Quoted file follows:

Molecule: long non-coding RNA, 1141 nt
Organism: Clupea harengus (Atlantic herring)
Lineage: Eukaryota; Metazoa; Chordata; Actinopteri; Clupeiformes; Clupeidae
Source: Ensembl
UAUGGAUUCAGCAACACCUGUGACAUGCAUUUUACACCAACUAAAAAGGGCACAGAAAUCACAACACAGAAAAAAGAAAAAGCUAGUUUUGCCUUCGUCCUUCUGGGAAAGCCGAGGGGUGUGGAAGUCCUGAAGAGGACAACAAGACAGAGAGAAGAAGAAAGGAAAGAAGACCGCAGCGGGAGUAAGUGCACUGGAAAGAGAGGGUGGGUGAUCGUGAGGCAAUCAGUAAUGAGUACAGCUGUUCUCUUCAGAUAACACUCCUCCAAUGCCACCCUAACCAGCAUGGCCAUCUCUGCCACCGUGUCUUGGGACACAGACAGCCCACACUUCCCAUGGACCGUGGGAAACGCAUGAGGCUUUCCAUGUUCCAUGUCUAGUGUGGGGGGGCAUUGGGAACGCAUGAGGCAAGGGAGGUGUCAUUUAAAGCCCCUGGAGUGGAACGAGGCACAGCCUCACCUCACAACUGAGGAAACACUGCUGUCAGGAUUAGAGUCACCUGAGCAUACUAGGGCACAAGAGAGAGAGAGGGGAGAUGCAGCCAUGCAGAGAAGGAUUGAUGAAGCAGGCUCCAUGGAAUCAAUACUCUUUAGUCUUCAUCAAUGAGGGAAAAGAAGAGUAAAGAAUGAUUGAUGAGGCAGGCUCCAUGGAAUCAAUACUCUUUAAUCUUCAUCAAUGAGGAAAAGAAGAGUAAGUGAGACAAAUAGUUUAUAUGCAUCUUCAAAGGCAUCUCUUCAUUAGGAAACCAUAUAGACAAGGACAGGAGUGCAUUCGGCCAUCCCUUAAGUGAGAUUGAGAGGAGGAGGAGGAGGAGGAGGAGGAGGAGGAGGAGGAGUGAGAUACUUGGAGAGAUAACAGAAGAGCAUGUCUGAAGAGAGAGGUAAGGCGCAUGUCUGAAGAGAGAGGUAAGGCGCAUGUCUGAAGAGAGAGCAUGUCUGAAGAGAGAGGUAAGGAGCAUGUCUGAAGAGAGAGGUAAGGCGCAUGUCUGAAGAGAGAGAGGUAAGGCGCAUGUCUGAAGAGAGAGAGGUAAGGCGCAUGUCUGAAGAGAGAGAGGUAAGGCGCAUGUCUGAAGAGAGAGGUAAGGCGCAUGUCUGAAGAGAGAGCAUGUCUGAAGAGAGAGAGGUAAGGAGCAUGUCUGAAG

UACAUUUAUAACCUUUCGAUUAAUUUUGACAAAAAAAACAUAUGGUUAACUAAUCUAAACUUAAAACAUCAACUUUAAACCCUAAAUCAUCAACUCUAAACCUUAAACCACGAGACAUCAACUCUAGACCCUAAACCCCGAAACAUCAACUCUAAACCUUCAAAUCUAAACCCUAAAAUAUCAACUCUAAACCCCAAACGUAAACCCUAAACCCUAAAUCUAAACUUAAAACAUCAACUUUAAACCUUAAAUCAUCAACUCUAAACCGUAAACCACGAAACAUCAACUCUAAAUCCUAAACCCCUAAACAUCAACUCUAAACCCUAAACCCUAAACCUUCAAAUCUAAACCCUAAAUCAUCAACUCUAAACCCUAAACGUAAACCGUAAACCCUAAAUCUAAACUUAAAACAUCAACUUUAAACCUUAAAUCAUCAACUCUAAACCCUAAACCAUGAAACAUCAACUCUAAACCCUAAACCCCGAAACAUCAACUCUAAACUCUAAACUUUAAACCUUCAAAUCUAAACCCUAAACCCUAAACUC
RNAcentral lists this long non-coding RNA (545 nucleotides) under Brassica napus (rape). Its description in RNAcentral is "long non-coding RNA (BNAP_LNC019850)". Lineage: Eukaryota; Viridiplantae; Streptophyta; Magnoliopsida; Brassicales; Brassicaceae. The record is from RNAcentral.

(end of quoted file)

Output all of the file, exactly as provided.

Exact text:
Molecule: long non-coding RNA, 1141 nt
Organism: Clupea harengus (Atlantic herring)
Lineage: Eukaryota; Metazoa; Chordata; Actinopteri; Clupeiformes; Clupeidae
Source: Ensembl
UAUGGAUUCAGCAACACCUGUGACAUGCAUUUUACACCAACUAAAAAGGGCACAGAAAUCACAACACAGAAAAAAGAAAAAGCUAGUUUUGCCUUCGUCCUUCUGGGAAAGCCGAGGGGUGUGGAAGUCCUGAAGAGGACAACAAGACAGAGAGAAGAAGAAAGGAAAGAAGACCGCAGCGGGAGUAAGUGCACUGGAAAGAGAGGGUGGGUGAUCGUGAGGCAAUCAGUAAUGAGUACAGCUGUUCUCUUCAGAUAACACUCCUCCAAUGCCACCCUAACCAGCAUGGCCAUCUCUGCCACCGUGUCUUGGGACACAGACAGCCCACACUUCCCAUGGACCGUGGGAAACGCAUGAGGCUUUCCAUGUUCCAUGUCUAGUGUGGGGGGGCAUUGGGAACGCAUGAGGCAAGGGAGGUGUCAUUUAAAGCCCCUGGAGUGGAACGAGGCACAGCCUCACCUCACAACUGAGGAAACACUGCUGUCAGGAUUAGAGUCACCUGAGCAUACUAGGGCACAAGAGAGAGAGAGGGGAGAUGCAGCCAUGCAGAGAAGGAUUGAUGAAGCAGGCUCCAUGGAAUCAAUACUCUUUAGUCUUCAUCAAUGAGGGAAAAGAAGAGUAAAGAAUGAUUGAUGAGGCAGGCUCCAUGGAAUCAAUACUCUUUAAUCUUCAUCAAUGAGGAAAAGAAGAGUAAGUGAGACAAAUAGUUUAUAUGCAUCUUCAAAGGCAUCUCUUCAUUAGGAAACCAUAUAGACAAGGACAGGAGUGCAUUCGGCCAUCCCUUAAGUGAGAUUGAGAGGAGGAGGAGGAGGAGGAGGAGGAGGAGGAGGAGGAGUGAGAUACUUGGAGAGAUAACAGAAGAGCAUGUCUGAAGAGAGAGGUAAGGCGCAUGUCUGAAGAGAGAGGUAAGGCGCAUGUCUGAAGAGAGAGCAUGUCUGAAGAGAGAGGUAAGGAGCAUGUCUGAAGAGAGAGGUAAGGCGCAUGUCUGAAGAGAGAGAGGUAAGGCGCAUGUCUGAAGAGAGAGAGGUAAGGCGCAUGUCUGAAGAGAGAGAGGUAAGGCGCAUGUCUGAAGAGAGAGGUAAGGCGCAUGUCUGAAGAGAGAGCAUGUCUGAAGAGAGAGAGGUAAGGAGCAUGUCUGAAG

UACAUUUAUAACCUUUCGAUUAAUUUUGACAAAAAAAACAUAUGGUUAACUAAUCUAAACUUAAAACAUCAACUUUAAACCCUAAAUCAUCAACUCUAAACCUUAAACCACGAGACAUCAACUCUAGACCCUAAACCCCGAAACAUCAACUCUAAACCUUCAAAUCUAAACCCUAAAAUAUCAACUCUAAACCCCAAACGUAAACCCUAAACCCUAAAUCUAAACUUAAAACAUCAACUUUAAACCUUAAAUCAUCAACUCUAAACCGUAAACCACGAAACAUCAACUCUAAAUCCUAAACCCCUAAACAUCAACUCUAAACCCUAAACCCUAAACCUUCAAAUCUAAACCCUAAAUCAUCAACUCUAAACCCUAAACGUAAACCGUAAACCCUAAAUCUAAACUUAAAACAUCAACUUUAAACCUUAAAUCAUCAACUCUAAACCCUAAACCAUGAAACAUCAACUCUAAACCCUAAACCCCGAAACAUCAACUCUAAACUCUAAACUUUAAACCUUCAAAUCUAAACCCUAAACCCUAAACUC
RNAcentral lists this long non-coding RNA (545 nucleotides) under Brassica napus (rape). Its description in RNAcentral is "long non-coding RNA (BNAP_LNC019850)". Lineage: Eukaryota; Viridiplantae; Streptophyta; Magnoliopsida; Brassicales; Brassicaceae. The record is from RNAcentral.